• infection
  • trauma or injury
  • smoke inhalation
  • allergies
  • asthma
  • chronic bronchitis
  • chronic obstructive pulmonary disease (COPD)
  • croup
  • cystic fibrosis
  • emphysema

What is “airway health”?

Airway health is the idea that your airway’s well being affects the health of other parts of the body.

If you have an airway obstruction, this can cause teeth grinding (bruxism) which is horrible for your dental health. Or if you don’t get enough oxygen due to poor airway health, this reduces your energy and may lead to headaches and even confusion.

At Rejuvenation Dentistry, we know how important airway health is. Our founder, Dr. Gerry Curatola, has decades of experience identifying and treating sleep apnea (a major airway health issue) with the DNA Appliance or other biological dentistry methods.

Mallampati Scores

Mallampati scores identify the size of your tongue relative to your pharynx, on a scale of 1 to 4.

Also called the Mallampati classification, this is a simple test that helps predict ease of intubation as well as an obstructive sleep apnea diagnosis.

Here is an easy visualization of what it looks like to score a 1, 2, 3, or 4 — also referred to as Class I, II, III, and IV.

In a sitting position, a healthcare professional will ask the patient to open the mouth and protrude the tongue as much as possible. Depending on if the base of the uvula, faucial pillars, and soft palate are visible, scores are given as follows:

  • Class I: soft palate, all of uvula, and faucial pillars visible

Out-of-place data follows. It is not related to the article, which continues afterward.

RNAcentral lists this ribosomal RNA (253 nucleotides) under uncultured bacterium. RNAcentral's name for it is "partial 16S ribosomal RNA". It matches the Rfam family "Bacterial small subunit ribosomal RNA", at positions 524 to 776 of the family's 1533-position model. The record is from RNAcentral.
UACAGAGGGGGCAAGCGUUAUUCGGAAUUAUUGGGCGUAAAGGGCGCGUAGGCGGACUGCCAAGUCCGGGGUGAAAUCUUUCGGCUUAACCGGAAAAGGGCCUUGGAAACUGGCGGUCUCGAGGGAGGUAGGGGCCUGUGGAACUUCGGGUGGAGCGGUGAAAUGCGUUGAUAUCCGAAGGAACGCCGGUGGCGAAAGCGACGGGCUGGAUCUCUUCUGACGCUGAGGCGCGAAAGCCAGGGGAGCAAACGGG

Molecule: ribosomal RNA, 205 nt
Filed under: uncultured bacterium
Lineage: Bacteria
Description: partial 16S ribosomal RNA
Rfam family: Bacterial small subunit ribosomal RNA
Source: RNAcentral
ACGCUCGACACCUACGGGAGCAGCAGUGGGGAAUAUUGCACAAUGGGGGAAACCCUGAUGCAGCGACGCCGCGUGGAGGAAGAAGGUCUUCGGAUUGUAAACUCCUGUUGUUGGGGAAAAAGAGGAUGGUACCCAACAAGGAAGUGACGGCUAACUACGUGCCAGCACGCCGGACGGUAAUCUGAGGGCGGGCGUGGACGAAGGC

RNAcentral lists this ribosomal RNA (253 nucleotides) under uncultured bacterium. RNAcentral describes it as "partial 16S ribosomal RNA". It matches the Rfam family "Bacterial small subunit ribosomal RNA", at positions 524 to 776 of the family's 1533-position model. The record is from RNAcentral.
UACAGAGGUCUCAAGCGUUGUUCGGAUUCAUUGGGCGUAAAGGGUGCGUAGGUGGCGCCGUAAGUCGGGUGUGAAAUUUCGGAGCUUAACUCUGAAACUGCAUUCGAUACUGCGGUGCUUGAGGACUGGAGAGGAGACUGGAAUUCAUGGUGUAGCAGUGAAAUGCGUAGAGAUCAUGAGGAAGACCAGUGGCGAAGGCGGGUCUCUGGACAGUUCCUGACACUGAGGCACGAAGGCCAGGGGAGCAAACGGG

• Class II: soft palate, most of uvula, and faucial pillars visible
  • Class III: soft palate and base of uvula visible
  • Class IV: only hard palate visible

Benefits of a Healthy Airway

A healthy airway means good sleep, less fatigue, and better overall health.

If you’re worried about sleep apnea, you’re not alone. Conventional doctors don’t address the root cause of obstructive sleep apnea — your tongue is too large for your oral cavity.

Rejuvenation Dentistry makes this their problem and aims to solve it with the DNA Appliance and other conservative biological dentistry techniques.

Did you know? A landmark 2006 study on 145,000 patients found up to a 21% reduction in healthcare costs associated with major diseases when oral health is improved.

Set up your appointment with us right away. At Rejuvenation Dentistry, we empower our patients to take control of their overall health, including airway health problems and obstructive sleep apnea.


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  2. Kostrzewa-Janicka, J., Jurkowski, P., Zycinska, K., Przybyłowska, D., & Mierzwińska-Nastalska, E. (2015). Sleep-related breathing disorders and bruxism. In Ventilatory Disorders (pp. 9-14). Springer, Cham. Abstract:
  3. Liistro, G., Rombaux, P. H., Belge, C., Dury, M., Aubert, G., & Rodenstein, D. O. (2003). High Mallampati score and nasal obstruction are associated risk factors for obstructive sleep apnoea. European Respiratory Journal, 21(2), 248-252. Full text:
  4. Albert, D. A., Sadowsky, D., Papapanou, P., Conicella, M. L., & Ward, A. (2006). An examination of periodontal treatment and per member per month (PMPM) medical costs in an insured population. BMC Health Services Research, 6(1), 103. Full text:

Dr. Gerry Curatola is a renowned biologic restorative dentist with more than 40 years of clinical practice experience.

He studied neuroscience at Colgate University and attended dental school at the New York University (NYU) College of Dentistry where he now serves as Adjunct Clinical Associate Professor in the Department of Cariology and Comprehensive Care.